“Oversight is too often overlooked as Congress focuses on new legislation […] So, anybody who knows my efforts in this area will understand that the Judiciary Committee’s work will reflect that sentiment. My goal is to promote transparency and accountability and restore the committee’s role as a true check on the massive and powerful federal bureaucracy.” […]

“The Judiciary Committee should not be a rubber stamp for the president,” he said. “However, as I have as ranking member, I will work to confirm consensus nominees. Factors I consider important include intellectual ability, respect for the Constitution, fidelity to the law, personal integrity, appropriate judicial temperament, and professional competence.

“Judges are to decide cases and controversies – not establish public policy or make law,” he said.

Sounds like under Grassley’s leadership, the Judiciary Committee will approve few, if any, of President Barack Obama’s judicial nominees for a vote on the Senate floor. I would guess that only conservative-leaning judges will meet the new chairman’s standard for “consensus.” Other political observers have reached the same conclusion (see also here). In recent years, Grassley and his fellow Republicans blocked confirmation votes on numerous judicial nominees, including everyone the president picked for the D.C. Circuit Court of Appeals regardless of qualifications. The standoff prompted Senate Democrats to sharply curtail the use of the filibuster on presidential nominations. Grassley and other Republicans warned at that time that someday they tables would be turned.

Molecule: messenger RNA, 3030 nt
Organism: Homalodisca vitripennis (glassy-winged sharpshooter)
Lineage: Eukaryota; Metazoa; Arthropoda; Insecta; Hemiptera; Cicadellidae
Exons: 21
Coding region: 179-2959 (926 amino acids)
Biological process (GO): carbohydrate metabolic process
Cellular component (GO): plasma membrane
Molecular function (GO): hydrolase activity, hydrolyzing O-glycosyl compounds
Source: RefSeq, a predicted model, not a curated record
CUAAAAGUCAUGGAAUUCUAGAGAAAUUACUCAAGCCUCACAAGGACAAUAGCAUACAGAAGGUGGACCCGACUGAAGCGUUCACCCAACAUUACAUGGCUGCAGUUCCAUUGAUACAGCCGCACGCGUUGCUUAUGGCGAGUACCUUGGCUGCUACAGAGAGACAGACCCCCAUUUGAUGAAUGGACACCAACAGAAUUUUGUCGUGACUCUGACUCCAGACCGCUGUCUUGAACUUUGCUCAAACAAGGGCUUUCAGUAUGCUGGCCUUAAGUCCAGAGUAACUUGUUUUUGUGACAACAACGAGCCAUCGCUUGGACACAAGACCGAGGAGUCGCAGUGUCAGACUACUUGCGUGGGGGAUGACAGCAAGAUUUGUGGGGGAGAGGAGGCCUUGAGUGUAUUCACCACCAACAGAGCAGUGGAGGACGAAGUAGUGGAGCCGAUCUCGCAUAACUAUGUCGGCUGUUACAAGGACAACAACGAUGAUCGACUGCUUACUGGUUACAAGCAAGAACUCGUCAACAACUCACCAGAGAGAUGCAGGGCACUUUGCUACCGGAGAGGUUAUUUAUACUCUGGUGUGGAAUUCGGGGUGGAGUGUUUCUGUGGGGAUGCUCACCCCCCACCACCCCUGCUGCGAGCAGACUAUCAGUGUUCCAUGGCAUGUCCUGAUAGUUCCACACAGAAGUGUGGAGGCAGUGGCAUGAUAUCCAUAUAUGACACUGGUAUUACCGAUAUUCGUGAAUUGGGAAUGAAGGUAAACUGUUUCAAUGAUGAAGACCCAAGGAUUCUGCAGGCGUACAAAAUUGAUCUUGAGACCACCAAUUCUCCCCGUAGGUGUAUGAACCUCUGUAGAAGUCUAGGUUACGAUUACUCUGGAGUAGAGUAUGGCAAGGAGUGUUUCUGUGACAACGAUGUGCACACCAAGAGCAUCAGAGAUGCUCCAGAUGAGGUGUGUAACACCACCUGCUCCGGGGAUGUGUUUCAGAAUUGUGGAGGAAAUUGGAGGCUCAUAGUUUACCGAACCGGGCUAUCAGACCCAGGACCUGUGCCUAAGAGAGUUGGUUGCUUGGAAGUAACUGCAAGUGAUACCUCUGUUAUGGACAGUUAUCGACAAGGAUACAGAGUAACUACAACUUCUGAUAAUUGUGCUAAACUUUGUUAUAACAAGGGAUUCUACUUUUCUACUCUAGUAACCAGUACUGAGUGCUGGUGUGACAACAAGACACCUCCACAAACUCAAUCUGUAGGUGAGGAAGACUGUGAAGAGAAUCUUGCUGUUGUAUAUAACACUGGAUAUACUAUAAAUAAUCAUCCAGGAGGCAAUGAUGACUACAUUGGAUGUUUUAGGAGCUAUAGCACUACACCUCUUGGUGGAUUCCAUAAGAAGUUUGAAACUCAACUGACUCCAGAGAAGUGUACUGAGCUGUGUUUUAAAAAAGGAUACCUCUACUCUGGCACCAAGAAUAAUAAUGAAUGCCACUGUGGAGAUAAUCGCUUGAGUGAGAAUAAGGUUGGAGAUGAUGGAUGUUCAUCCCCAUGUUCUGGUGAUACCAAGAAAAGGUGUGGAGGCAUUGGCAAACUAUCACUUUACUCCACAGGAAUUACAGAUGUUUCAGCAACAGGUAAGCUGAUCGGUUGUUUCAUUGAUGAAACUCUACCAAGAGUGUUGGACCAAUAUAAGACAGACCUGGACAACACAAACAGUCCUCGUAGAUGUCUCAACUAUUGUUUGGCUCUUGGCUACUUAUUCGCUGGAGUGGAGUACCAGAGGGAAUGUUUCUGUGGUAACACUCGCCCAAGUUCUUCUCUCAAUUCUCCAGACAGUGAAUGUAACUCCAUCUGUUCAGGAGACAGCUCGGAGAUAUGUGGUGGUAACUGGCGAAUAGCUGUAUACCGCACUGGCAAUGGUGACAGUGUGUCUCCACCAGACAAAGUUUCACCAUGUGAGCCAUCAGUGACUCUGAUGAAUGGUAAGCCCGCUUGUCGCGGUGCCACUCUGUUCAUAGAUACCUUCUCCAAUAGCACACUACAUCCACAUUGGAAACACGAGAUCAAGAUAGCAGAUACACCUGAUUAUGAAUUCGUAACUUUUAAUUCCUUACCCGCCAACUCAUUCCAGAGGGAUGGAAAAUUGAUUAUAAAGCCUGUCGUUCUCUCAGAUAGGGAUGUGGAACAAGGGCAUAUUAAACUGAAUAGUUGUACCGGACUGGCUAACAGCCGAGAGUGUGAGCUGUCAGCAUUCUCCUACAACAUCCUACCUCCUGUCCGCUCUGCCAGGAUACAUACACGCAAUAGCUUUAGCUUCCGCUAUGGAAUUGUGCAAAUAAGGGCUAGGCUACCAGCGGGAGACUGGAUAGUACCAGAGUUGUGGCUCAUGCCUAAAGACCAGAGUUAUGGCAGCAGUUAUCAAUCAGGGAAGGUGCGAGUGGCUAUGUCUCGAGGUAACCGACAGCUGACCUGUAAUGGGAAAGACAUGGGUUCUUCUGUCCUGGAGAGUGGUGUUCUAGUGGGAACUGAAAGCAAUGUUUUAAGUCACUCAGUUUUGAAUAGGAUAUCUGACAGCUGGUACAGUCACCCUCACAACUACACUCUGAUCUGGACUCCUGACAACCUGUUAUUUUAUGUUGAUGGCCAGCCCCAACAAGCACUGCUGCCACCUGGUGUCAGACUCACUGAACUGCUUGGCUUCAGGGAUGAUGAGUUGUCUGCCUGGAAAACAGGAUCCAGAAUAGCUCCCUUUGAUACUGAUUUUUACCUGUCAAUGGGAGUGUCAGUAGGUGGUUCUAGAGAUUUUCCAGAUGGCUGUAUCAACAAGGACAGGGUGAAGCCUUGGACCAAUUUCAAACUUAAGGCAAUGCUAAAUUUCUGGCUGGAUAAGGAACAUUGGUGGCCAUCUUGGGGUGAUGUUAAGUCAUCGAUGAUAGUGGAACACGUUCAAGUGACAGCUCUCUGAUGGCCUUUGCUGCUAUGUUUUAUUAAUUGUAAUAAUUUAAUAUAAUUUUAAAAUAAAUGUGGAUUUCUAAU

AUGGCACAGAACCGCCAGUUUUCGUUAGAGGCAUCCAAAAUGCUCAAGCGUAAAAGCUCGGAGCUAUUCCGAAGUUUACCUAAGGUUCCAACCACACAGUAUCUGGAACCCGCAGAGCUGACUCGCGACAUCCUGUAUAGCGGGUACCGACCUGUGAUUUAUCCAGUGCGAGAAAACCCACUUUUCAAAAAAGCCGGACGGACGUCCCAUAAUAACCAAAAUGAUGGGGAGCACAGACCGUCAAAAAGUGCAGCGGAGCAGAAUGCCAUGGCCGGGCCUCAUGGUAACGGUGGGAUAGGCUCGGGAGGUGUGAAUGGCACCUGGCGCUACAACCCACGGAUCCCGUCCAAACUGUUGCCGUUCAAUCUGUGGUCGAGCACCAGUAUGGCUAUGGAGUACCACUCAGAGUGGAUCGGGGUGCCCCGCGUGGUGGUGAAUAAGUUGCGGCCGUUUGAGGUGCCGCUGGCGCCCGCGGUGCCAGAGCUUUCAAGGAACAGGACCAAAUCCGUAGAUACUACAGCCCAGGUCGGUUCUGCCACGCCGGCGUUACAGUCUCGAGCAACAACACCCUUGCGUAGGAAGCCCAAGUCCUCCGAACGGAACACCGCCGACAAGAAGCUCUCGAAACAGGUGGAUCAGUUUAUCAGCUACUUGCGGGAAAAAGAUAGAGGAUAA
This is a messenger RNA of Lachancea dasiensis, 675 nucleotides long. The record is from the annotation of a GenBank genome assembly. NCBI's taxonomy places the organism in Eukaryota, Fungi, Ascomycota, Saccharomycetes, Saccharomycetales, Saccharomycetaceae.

Taking a contrarian view, the non-profit Alliance for Justice argues here that “no one should give up on judicial confirmations in a Republican-controlled Senate.” I’ve posted excerpts from that piece after the jump, but it’s worth clicking through to read in full.

I also enclose below Grassley’s official comment on U.S. Attorney Loretta Lynch, whom the president has tapped to be the next attorney general. Grassley has been a vocal critic of outgoing Attorney General Eric Holder. The Judiciary Committee holds confirmation hearings on attorney general nominees.

UPDATE: Added more comments from Grassley on his role and the role of the Senate Judiciary Committee.